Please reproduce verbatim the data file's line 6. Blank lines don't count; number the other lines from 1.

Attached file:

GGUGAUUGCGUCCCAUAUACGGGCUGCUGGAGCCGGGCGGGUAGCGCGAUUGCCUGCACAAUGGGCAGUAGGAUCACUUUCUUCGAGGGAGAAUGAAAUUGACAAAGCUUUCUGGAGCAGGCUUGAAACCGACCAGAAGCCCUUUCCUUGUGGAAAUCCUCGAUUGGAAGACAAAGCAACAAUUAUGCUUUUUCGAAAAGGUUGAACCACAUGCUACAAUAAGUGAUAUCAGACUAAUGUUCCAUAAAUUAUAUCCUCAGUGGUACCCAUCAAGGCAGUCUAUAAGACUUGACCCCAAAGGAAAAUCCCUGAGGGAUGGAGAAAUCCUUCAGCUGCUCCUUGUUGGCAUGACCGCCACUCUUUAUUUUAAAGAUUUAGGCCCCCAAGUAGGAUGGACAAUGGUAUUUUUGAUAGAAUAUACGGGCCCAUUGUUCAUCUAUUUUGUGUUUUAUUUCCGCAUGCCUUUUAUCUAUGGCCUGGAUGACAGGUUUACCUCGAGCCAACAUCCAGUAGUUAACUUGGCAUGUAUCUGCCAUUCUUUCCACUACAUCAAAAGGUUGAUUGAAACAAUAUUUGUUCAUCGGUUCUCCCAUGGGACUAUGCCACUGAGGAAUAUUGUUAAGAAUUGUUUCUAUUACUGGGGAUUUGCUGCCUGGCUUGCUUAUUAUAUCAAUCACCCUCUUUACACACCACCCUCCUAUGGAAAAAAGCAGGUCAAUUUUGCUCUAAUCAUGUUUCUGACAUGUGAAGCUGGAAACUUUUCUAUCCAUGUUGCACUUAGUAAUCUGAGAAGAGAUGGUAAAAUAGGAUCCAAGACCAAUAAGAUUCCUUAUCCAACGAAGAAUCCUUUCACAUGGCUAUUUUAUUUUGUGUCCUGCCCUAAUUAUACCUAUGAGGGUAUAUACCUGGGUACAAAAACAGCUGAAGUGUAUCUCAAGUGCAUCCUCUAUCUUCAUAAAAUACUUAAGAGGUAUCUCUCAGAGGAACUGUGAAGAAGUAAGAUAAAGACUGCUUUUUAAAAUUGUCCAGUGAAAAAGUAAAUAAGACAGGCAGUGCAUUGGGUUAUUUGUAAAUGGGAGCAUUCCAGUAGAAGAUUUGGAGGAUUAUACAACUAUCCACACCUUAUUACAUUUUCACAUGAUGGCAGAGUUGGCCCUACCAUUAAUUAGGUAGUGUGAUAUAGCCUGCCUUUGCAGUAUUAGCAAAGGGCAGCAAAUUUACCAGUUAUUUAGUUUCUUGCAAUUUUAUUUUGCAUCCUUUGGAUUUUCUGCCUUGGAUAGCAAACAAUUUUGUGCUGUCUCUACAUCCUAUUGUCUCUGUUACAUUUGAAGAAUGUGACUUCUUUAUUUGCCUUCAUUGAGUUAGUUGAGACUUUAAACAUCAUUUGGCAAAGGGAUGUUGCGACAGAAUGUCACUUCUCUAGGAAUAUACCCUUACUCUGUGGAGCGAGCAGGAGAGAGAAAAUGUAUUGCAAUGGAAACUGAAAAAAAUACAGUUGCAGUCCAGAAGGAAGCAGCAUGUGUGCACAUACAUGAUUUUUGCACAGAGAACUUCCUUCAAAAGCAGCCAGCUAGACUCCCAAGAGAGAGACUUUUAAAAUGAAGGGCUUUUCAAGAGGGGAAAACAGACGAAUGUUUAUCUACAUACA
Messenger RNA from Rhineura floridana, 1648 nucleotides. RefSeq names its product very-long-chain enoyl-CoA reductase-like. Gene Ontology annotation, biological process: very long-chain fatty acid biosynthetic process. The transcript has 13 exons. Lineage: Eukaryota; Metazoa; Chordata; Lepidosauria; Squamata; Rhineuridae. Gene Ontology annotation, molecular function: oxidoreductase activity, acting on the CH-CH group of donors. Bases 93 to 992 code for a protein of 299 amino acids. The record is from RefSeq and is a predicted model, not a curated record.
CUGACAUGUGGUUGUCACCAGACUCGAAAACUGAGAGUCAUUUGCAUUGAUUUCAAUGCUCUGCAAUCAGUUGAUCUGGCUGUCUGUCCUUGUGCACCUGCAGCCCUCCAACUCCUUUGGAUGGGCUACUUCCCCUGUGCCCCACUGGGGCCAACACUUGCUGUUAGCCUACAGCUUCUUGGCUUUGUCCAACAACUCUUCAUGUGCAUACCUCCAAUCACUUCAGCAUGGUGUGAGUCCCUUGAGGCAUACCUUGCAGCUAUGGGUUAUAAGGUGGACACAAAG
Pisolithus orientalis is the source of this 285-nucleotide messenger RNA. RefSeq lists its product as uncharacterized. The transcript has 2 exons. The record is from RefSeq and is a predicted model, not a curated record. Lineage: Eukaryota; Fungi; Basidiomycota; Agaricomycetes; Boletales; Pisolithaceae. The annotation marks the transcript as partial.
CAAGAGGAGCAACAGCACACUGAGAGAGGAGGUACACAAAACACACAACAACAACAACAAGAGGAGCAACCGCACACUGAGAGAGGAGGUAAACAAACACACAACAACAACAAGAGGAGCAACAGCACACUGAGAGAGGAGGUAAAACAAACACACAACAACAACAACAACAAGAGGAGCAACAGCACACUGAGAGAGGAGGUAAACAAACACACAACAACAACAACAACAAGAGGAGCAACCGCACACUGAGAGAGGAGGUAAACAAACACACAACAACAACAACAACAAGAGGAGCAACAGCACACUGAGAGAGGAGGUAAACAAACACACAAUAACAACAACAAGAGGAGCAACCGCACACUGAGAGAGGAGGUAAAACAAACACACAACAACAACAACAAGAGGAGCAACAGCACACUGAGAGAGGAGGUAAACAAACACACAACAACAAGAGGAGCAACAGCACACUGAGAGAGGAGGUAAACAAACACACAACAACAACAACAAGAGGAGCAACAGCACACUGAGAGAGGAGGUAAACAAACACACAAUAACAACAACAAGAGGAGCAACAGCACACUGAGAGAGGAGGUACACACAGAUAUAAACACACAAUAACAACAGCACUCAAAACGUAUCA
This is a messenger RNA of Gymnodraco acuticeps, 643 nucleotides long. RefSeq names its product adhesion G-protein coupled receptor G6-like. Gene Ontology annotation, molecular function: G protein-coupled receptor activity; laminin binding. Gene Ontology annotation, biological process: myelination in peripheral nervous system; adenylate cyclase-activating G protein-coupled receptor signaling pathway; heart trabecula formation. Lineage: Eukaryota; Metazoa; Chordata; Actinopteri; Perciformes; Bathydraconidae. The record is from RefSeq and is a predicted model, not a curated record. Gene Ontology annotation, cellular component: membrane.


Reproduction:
This is a messenger RNA of Gymnodraco acuticeps, 643 nucleotides long. RefSeq names its product adhesion G-protein coupled receptor G6-like. Gene Ontology annotation, molecular function: G protein-coupled receptor activity; laminin binding. Gene Ontology annotation, biological process: myelination in peripheral nervous system; adenylate cyclase-activating G protein-coupled receptor signaling pathway; heart trabecula formation. Lineage: Eukaryota; Metazoa; Chordata; Actinopteri; Perciformes; Bathydraconidae. The record is from RefSeq and is a predicted model, not a curated record. Gene Ontology annotation, cellular component: membrane.